Asian spirits frighten because their appearances always allude to a terrifying cause of death. In the case of the sundel bolong from Javanese folklore, it is a woman with long flowing hair which covers a bloody hole in her back. It is believed that they were those who got pregnant out of wedlock, and died having a miscarriage; or when in their grave, gave birth to a baby who came out their back, thus the hole. I know – yikes.
Buried Alive is based on 1981’s Sundel Bolong, starring Indonesia’s favourite scream queen Suzzanna Martha Frederika van Osh. The classic was a riot of effects, considered cheap by today’s standard, but left an indelible mark on viewers with its imagery. One scene even had the ghost feast on satay, before the vendors flee in fright after seeing meat and gravy drip out of her back.
To say this is a tribute is not an understatement. In one scene, an outdoor screening plays the original Sundel Bolong. In a few others, the spirit mysteriously swallows a jasmine flower after every kill, alluding to the rumours that the actress actually ate them to maintain her youth. It’s tidbits like these that don’t distract from the story, yet offering those in the know some easter eggs, that give Buried Alive an extra edge. That said, one adulation went too far.
Lead actress Luna Maya had to endure over three hours of prosthetics to increase her likeness to the late actress – an odd decision given that directors Rocky Soraya and Anggy Umbara, as well as producer Sunil Soraya picked her for her resemblance.
Maya struggles to act past her make-up, and if you thought someone had too much botox, I don’t disagree – the effect is the same. This is one literal stiff upper lip that makes the intense close-ups really uncomfortable to watch, especially with the excessive dubs of minor gasps and moans.
Maya’s soap opera roots also show. Her exaggerated body acting gives conflicting results. With its kitschy styling, the showy acting adds to a wonderful throwback experience. But in other scenes, usually the ones between husband Satria (Herjunot Ali) and herself, it is awkwardly cheesy.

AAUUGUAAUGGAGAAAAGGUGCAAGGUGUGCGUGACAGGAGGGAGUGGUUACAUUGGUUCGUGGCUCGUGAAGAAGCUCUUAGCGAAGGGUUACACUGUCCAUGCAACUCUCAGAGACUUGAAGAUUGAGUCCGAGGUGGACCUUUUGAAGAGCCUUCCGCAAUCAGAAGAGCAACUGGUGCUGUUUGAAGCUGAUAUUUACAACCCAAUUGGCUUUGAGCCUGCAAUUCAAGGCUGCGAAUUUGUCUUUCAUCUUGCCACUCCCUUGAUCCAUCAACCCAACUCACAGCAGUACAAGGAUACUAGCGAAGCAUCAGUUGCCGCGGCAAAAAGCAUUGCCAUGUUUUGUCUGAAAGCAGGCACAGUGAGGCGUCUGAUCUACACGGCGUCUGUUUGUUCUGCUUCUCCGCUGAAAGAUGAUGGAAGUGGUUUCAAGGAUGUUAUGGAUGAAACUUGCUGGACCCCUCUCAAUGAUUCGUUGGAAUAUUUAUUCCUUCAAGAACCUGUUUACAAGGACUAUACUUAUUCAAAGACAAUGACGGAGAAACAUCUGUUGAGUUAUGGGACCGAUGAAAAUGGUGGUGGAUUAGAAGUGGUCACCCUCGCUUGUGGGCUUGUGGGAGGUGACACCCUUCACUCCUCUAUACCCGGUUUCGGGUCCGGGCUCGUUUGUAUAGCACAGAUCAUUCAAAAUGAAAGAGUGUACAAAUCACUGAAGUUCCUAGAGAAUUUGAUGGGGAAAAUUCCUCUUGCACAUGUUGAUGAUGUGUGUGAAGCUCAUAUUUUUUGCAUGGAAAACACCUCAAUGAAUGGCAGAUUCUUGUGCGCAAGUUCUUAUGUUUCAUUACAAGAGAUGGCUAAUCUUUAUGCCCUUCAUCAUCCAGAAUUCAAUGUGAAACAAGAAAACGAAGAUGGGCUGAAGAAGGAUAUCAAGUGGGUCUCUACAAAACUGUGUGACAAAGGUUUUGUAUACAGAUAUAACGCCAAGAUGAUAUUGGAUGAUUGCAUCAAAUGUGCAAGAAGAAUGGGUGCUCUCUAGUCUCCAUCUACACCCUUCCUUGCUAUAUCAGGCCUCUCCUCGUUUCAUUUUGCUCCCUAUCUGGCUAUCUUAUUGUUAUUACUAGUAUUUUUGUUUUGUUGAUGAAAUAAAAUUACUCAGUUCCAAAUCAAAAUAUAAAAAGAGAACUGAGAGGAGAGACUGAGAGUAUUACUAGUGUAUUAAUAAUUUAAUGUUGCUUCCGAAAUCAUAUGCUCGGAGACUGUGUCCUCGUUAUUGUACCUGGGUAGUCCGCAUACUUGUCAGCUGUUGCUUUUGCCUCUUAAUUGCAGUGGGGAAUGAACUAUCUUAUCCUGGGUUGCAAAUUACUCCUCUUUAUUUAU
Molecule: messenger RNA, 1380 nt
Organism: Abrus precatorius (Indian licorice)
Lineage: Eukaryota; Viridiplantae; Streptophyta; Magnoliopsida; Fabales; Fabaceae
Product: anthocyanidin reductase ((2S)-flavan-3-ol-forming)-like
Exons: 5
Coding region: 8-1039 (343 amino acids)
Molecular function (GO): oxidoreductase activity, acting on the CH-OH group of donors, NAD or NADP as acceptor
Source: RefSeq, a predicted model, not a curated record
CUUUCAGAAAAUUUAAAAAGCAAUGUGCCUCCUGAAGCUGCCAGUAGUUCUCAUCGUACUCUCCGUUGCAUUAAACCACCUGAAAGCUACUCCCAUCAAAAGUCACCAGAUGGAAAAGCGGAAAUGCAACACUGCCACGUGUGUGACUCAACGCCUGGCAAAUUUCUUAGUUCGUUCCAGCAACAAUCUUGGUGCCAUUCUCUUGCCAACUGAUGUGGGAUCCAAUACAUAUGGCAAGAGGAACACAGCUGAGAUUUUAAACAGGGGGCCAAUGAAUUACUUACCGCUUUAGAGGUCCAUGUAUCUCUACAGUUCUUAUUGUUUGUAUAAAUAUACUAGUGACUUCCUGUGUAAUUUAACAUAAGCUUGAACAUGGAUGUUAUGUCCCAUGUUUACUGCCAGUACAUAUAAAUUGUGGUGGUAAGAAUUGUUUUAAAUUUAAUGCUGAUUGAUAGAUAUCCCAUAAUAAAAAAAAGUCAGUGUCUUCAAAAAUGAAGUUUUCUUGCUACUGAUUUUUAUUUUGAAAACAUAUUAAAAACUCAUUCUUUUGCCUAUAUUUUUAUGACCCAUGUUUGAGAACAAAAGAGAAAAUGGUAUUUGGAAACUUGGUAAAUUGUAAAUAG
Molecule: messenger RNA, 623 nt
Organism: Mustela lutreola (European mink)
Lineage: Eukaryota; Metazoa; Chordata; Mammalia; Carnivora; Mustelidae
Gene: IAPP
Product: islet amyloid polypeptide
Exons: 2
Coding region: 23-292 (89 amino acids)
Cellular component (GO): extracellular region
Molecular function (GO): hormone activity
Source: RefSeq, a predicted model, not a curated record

Also somewhat questionable, are the goon characters that punctuate the show. There are two coming from the burglars who eventually bury Suzzanna alive, but her domestic helpers are also portrayed as half-wits. There are killer punchlines tucked within the banter, like the one where the three servants argue over a death shroud, but most of the goof feels disjointed from the narrative.
And while It remains a mystery why the characters sleep with their lights on, Buried Alive boasts some of the best production values to be seen from the country in recent times, and an artful styling that comes from experience in campy horror films from the 80s. That scene with Suzzanna flying off with a severed head is gold.
The film adds itself as a strong candidate to Indonesian horror, and I greatly appreciate it leveraging upon local lore and superstition, than hitchhiking on western formulas or tropes. It is just a pity that the tribute prosthetic ultimately was the effect that distracted from the impact.
Well-produced Indonesian horror that gets bogged down by a rubbery addition, that erases the build in some scenes.
First published: www.movieXclusive.com